Guantánamo: A Tale of Two Tunisians

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Two weeks ago, in light of the uprising in Tunisia that brought to an end the 23-year reign of terror of President Zine El-Abidine Ben Ali, I wrote an article about the twelve Tunisians held in Guantánamo throughout the prison’s nine-year history — the two men transferred to Tunisia in June 2007, who were subsequently imprisoned after show trials, the two men transferred to Italian custody in December 2009 to face terrorism-related charges, the three men freed in third countries in 2010, and the five still held in Guantánamo — and wondered what would happen to them in light of the startling developments in their homeland, which they had all fled many years before their capture in Afghanistan or Pakistan, and their subseqent rendition to Guantánamo.

In the last week, there have been two significant developments. In the first, former Guantánamo prisoner Abdallah Hajji (also identified as Abdullah bin Amor), who is 55 years old, was freed from prison in Tunisia “as part of a promise by the interim government to free all political prisoners.” A former member of the previously banned Islamist political party Ennahdha, whose leader, Rachid Ghanouchi, returned from exile in France just two days earlier, Hajji, who was seized in April 2002 in Pakistan, where he had been living with his wife and children since fleeing Tunisia in 1989, had, in 1995, been sentenced in absentia to ten years in prison, on terrorism-related charges that his lawyer was convinced had been extracted through the torture and abuse of other prisoners in Tunisian custody. When Hajji was forcibly returned to Tunisia in June 2007, he was abused and threatened in custody, and then subjected to a show trial in which he received a seven-year sentence. His release therefore overturns this sentence, and confirms that he was being held as a political prisoner.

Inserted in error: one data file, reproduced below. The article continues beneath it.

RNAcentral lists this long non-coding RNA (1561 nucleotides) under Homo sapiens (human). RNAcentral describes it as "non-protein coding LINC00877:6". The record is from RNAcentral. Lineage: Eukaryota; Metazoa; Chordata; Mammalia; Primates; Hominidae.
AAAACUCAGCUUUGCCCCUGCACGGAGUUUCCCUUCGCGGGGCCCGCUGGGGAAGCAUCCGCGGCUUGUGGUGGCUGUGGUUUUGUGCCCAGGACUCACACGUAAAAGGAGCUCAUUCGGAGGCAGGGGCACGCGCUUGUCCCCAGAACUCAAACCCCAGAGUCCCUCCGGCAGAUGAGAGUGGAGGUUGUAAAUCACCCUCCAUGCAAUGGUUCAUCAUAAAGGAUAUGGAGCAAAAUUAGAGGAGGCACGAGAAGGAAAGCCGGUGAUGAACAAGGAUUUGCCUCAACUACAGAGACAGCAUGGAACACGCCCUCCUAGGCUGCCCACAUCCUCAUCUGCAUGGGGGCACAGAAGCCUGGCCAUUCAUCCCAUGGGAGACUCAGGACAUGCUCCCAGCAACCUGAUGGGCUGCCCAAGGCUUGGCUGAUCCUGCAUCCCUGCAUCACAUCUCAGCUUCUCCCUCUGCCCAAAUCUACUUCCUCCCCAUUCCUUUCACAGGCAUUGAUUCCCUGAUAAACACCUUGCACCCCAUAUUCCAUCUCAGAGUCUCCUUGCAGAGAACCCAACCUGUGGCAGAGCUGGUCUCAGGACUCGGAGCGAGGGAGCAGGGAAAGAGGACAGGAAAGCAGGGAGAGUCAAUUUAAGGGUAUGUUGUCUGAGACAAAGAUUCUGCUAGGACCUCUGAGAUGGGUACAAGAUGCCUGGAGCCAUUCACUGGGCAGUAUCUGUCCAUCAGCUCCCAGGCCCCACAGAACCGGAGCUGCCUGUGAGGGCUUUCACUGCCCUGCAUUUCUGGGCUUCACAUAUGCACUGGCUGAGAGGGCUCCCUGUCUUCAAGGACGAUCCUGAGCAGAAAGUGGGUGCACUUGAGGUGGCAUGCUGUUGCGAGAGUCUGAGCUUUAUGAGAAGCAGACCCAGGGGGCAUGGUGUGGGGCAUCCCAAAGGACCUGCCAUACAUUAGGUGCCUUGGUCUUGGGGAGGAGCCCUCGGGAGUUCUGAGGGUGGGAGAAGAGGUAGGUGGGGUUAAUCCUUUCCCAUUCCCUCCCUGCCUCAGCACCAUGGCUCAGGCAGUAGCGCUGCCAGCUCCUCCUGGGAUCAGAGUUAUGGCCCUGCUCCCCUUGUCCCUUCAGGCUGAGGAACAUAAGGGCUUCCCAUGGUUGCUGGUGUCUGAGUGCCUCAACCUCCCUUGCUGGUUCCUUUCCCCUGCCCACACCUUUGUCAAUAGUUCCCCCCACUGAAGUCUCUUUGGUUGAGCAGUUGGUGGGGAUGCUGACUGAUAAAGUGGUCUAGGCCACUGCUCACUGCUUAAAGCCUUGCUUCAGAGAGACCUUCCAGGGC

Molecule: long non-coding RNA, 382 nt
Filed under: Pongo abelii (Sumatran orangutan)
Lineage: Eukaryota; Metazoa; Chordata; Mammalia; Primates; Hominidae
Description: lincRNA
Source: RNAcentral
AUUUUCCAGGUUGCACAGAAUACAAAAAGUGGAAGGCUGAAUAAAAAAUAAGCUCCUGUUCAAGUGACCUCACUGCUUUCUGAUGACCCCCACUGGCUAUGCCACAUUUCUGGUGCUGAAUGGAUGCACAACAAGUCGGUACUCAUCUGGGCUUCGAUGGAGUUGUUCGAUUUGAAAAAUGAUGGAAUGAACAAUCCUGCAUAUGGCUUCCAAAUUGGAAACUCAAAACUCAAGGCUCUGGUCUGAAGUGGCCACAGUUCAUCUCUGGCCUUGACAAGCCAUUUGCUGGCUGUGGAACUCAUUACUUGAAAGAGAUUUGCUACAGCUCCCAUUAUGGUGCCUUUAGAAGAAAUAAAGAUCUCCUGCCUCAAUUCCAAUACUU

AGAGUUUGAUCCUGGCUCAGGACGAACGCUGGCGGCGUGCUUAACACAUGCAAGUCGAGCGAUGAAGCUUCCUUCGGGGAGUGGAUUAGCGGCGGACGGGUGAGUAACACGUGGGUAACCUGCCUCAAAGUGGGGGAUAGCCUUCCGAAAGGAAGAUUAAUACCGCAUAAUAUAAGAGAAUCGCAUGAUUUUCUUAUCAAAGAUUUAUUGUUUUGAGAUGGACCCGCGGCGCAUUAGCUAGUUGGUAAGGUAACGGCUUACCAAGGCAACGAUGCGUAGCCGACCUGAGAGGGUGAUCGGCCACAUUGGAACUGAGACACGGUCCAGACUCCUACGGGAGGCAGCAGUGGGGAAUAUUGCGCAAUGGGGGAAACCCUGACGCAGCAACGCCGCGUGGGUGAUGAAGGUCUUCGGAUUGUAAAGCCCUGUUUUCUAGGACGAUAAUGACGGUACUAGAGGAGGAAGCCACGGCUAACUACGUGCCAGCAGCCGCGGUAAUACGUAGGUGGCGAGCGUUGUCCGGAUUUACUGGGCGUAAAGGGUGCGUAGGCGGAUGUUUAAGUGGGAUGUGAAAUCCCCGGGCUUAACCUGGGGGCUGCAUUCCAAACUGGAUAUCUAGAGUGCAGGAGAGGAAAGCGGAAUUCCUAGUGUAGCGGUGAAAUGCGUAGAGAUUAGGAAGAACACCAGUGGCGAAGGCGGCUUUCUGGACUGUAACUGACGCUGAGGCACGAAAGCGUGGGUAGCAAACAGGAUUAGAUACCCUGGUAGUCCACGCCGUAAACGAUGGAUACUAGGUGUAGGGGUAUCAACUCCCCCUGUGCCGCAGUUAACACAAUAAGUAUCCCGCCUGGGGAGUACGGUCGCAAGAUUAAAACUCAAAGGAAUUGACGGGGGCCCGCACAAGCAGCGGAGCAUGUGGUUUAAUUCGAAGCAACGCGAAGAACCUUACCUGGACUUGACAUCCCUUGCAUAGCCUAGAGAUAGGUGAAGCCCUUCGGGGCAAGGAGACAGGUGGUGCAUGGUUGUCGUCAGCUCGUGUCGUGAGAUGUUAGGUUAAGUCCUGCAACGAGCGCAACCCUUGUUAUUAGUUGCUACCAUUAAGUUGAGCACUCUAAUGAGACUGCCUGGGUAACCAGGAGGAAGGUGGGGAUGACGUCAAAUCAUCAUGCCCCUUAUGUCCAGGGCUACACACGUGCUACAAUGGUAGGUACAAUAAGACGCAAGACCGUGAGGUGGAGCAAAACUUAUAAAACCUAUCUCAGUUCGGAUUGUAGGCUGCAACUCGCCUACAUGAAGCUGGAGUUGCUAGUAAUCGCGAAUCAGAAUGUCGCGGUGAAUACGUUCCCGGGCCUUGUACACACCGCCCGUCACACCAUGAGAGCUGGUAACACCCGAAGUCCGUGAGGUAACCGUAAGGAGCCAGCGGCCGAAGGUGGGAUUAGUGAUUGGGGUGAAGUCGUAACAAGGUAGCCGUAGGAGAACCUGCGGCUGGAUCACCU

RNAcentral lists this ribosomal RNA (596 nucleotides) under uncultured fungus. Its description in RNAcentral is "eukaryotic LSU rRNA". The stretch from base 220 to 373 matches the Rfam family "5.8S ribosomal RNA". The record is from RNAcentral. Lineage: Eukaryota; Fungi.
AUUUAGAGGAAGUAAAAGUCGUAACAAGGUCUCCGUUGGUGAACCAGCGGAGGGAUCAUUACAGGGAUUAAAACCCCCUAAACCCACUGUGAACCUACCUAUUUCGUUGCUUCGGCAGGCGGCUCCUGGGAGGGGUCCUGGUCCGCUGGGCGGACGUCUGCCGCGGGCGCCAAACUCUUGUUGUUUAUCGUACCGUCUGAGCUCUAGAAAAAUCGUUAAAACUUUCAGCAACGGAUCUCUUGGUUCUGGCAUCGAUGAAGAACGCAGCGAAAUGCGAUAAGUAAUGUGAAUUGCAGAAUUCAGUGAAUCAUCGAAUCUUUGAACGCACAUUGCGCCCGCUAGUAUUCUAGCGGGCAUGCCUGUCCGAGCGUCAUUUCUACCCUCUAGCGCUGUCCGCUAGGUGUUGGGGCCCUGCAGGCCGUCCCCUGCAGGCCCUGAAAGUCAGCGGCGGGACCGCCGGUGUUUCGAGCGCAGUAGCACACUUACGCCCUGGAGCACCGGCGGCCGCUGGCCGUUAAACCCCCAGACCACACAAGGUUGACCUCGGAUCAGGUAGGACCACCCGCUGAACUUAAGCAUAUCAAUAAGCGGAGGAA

In the press report announcing Hajji’s release, it was also noted that the other man repatriated from Guantánamo with him, who was not named but is Lotfi Lagha, is also a free man, having been freed last June, three years after his return and a show trial in October 2007, in which he was given a three-year sentence.

While the freeing of a political prisoner formerly held in Guantánamo vindicates Abdallah Hajji, and must provide hope for many other Tunisian political prisoners, both inside Tunisia and elsewhere, the news from Italy, which coincided with the announcement about Hajji, was rather less encouraging. Mohammed Tahir Riyadh Nasseri, who was transferred from Guantánamo in December 2009 with another Tunisian, Adel Ben Mabrouk bin Hamida Boughanmi, was convicted on Monday of “criminal association with the aim of terrorism and sentenced to six years in prison.” His lawyer, Roberto Novellino, said he would appeal the verdict.

Nasseri may well be guilty of the charges against him, but what concerns me is that, on his transfer to Italy, it was made clear that Italian prosecutors were relying on a key witness, Lazhar Ben Mohamed Tlil, a terrorist suspect turned informant, who was apparently having second thoughts about his co-operation.